As for the secondary factors, Minnesota has interpreted its long-arm statute to extend to the maximum scope allowable under the Due Process Clause. It is clear, then, that Minnesota has a significant interest in providing its residents with a forum in which to sue, but that interest cannot overcome the requirement that Huddleston have minimum contacts with the forum state. Digi-Tel Holdings, 89 F.3d at 525. The final factor, the convenience of the parties, is neutral. Litigation in Minnesota is as convenient for Plaintiff as it is inconvenient for Huddleston.

The burden of establishing personal jurisdiction is on Plaintiff. Epps v. Stewart Info. Servs. Corp., 327 F.3d 642, 647 (8th Cir. 2003) (citations omitted). On the record before the Court, Huddleston has only purposely reached out to Minnesota on one occasion: in an email to Plaintiff. That solitary email, without more, is insufficient. Two of the three primary factors- quantity of contacts and nature and quality of contacts-weigh heavily in Huddleston's favor. Likewise, the relationship of the contact to the cause of action, the third factor, cannot outweigh the other two. In this Court's view, FDCPA cases present a special challenge. While telephone, mail, and wire communications generally cannot alone establish personal jurisdiction, in the debt collection setting, that is typically the only type of contact between the plaintiff and defendant. Thus, numerous telephone calls, letters, or wire communications could conceivably establish personal jurisdiction in a case arising under the FDCPA. In this case, however, a single email without more, cannot establish personal jurisdiction.

Accordingly, the Court finds that personal jurisdiction is lacking and recommends that this action be dismissed without prejudice. Westley, 896 F.Supp.2d at 780 (dismissing complaint without prejudice for lack of personal jurisdiction).[3]

VI. IMPROPER VENUE

While the Court recommends dismissal for lack of personal jurisdiction, a brief comment on venue is appropriate. Venue is proper in any district "in which a substantial part of the events or omissions giving rise to the claim occurred....: 28 U.S.C. § 1391(b)(2). Where personal jurisdiction does not exist, it is common for venue to be improper, too. See Woodke v. Dahm, 873 F.Supp. 179, 196 (N.D. Iowa 1995). However, because courts examine venue and personal jurisdiction independently of one another, it may possible to reach independent conclusions. Id. at 196 n.9. Moreover, at least one court in this District has ruled that venue is proper in an FDCPA case because the consumer received the unlawful communication where the consumer resided. Howard v. Judge Law Firm, Civ. No. 09-1644, 2010 WL 2985686, at *2 (D. Minn. July 26, 2010) (Tunheim, J.) (citing Bates v. C & S Adjusters, Inc., 980 F.2d 865, 867-68 (2d Cir. 1992)). However, in that case the issue of personal jurisdiction was deemed waived. Accordingly, while venue may arguably be proper in more than one district, this Court's recommendation as to dismissal for lack of personal jurisdiction controls and renders a finding regarding venue moot.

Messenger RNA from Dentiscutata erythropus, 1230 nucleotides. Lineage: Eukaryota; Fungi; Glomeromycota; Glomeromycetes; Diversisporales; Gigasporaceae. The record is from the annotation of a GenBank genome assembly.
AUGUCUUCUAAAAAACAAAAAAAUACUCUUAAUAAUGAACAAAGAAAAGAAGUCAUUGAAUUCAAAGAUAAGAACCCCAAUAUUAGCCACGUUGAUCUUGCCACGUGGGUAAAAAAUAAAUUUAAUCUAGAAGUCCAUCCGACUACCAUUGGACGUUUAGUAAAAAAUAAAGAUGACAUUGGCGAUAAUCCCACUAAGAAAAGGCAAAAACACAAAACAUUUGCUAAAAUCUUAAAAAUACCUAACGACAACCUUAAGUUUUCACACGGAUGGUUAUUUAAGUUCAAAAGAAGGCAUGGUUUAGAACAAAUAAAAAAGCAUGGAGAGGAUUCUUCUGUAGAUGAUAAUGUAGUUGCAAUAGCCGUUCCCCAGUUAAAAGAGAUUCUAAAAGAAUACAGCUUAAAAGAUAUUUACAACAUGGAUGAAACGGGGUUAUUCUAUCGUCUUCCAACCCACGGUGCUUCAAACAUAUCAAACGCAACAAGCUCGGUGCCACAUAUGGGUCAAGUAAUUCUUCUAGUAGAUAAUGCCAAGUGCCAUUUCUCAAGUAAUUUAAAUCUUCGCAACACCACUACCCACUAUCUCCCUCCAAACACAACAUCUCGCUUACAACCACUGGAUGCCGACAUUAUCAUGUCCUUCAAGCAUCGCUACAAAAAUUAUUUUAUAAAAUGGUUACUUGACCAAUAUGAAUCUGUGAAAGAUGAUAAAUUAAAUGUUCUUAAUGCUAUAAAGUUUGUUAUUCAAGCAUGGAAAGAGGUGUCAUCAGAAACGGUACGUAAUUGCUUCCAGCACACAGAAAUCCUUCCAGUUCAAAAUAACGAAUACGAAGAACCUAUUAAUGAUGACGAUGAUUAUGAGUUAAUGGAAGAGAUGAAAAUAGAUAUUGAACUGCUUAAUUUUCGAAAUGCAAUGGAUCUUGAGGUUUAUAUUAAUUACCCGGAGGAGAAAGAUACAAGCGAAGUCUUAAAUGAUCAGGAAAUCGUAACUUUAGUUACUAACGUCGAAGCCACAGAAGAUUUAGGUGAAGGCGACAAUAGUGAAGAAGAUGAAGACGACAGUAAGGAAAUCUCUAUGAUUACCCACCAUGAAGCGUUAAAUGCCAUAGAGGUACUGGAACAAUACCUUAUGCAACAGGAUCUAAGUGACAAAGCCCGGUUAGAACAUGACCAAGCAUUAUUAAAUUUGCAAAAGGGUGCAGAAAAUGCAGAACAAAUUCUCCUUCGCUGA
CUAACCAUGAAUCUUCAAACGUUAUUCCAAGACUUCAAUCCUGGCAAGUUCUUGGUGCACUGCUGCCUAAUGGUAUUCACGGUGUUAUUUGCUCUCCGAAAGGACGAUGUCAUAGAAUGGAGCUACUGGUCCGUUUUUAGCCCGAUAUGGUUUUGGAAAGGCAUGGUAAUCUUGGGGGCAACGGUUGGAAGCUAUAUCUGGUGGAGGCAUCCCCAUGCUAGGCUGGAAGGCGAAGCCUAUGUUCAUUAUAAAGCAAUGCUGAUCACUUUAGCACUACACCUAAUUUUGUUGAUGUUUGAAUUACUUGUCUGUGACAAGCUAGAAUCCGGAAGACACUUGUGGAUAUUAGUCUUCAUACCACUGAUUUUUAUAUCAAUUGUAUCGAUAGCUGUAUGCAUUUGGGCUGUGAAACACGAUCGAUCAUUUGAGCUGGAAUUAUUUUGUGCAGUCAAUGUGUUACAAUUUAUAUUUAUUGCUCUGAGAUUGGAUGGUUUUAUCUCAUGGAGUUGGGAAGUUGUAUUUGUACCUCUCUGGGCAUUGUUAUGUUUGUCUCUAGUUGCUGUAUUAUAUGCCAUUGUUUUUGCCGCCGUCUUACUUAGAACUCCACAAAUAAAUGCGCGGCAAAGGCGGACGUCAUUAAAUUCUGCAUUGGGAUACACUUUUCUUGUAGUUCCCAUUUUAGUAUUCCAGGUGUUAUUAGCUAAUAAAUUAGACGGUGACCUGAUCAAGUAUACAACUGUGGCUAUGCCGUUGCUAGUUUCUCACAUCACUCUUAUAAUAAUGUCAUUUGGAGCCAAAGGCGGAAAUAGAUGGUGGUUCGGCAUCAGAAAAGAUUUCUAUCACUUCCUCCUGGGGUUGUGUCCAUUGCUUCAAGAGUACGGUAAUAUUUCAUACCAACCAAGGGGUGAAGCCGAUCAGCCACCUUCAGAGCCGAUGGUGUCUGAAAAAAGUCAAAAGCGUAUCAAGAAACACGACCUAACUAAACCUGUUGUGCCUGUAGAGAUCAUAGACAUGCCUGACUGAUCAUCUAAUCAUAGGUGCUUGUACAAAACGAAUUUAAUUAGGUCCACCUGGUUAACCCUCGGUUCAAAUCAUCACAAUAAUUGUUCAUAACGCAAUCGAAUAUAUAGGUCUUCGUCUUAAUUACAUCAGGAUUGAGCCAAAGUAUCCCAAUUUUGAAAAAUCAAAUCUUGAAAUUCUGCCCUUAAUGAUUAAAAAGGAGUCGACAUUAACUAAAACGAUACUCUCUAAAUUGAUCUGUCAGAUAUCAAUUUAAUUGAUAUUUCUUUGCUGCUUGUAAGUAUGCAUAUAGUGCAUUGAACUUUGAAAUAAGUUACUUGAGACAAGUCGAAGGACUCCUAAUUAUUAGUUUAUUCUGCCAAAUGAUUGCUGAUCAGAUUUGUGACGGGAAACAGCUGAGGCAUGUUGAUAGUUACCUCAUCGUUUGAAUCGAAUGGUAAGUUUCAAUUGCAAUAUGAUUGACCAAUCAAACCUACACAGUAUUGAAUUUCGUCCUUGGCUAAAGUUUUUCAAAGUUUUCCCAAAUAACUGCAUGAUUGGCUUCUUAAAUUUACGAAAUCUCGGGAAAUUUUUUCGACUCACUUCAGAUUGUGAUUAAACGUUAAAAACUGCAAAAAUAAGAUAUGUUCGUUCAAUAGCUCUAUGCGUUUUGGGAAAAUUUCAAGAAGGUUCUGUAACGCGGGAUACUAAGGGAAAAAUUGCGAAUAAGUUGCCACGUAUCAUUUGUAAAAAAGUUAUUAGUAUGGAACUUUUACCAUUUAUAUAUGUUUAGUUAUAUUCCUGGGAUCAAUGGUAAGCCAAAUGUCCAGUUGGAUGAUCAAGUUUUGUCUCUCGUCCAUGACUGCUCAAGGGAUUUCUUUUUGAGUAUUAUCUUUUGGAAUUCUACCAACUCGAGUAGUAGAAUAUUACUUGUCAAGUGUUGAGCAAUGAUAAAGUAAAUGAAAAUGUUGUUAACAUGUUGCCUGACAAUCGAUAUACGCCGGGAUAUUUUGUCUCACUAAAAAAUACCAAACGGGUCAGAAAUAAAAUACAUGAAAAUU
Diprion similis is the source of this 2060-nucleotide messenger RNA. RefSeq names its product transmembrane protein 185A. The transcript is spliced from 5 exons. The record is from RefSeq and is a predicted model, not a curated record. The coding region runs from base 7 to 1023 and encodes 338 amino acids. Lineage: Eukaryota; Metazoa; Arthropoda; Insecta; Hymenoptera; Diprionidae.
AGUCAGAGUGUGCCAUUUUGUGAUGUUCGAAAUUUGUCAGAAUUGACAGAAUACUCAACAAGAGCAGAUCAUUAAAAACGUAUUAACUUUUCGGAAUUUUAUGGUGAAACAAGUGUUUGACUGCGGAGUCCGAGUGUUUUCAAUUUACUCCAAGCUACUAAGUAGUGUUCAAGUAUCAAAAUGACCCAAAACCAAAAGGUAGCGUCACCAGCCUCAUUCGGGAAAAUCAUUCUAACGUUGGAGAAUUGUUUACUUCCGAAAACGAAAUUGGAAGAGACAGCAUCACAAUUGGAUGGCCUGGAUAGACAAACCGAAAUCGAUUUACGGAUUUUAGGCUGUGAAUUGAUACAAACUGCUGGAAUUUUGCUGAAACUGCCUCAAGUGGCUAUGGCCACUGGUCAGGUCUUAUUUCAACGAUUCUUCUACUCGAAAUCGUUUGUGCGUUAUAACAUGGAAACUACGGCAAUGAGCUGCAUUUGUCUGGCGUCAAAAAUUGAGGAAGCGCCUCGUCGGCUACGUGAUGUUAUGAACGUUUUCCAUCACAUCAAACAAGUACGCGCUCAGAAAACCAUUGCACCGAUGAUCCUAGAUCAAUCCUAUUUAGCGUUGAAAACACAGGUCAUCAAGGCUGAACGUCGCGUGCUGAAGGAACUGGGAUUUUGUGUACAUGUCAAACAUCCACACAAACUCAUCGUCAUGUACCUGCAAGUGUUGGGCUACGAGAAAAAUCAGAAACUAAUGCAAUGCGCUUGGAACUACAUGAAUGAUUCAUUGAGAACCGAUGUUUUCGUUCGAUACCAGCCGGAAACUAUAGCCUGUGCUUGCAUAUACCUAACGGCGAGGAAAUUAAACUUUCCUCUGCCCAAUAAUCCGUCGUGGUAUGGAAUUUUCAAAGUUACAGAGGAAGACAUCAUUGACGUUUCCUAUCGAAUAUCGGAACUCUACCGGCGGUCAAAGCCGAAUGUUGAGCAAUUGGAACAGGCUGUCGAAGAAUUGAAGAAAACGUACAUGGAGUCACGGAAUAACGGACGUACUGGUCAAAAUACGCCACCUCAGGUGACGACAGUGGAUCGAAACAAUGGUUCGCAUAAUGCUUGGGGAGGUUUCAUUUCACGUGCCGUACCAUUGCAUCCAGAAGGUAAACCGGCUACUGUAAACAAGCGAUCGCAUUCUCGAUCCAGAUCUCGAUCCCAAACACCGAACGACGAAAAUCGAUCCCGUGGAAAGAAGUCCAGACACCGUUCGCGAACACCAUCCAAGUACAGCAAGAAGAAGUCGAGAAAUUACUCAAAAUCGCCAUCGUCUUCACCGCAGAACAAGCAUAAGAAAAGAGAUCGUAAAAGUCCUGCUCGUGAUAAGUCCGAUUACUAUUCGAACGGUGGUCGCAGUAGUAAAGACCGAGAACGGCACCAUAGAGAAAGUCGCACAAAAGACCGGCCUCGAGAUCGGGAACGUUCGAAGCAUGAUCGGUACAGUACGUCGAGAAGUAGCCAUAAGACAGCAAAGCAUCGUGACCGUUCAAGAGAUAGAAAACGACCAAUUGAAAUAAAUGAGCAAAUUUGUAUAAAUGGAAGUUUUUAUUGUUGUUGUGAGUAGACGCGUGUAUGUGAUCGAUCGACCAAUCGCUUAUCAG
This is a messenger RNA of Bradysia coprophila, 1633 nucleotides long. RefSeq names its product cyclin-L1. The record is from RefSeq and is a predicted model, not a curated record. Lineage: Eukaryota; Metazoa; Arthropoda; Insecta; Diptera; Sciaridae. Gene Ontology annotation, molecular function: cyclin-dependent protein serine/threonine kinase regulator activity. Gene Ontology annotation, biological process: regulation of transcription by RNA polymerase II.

VII. RECOMMENDATION

Based on all the files, records, and proceedings herein, IT IS HEREBY RECOMMENDED that:

(1) Defendant Lee Huddleston's Motion to Dismiss for Lack of Personal Jurisdiction (ECF No. 5) be GRANTED;
(2) Defendants Huddleston Law Office, PLLC d/b/a Huddleston Law, PLLC, a Kentucky limited liability company; French & Associates, a Kentucky limited liability company; and Russel French be DISMISSED;
(3) Defendant John Doe be DISMISSED;
(4) This case be DISMISSED WITHOUT PREJUDICE; and
(5) JUDGMENT BE ENTERED ACCORDINGLY.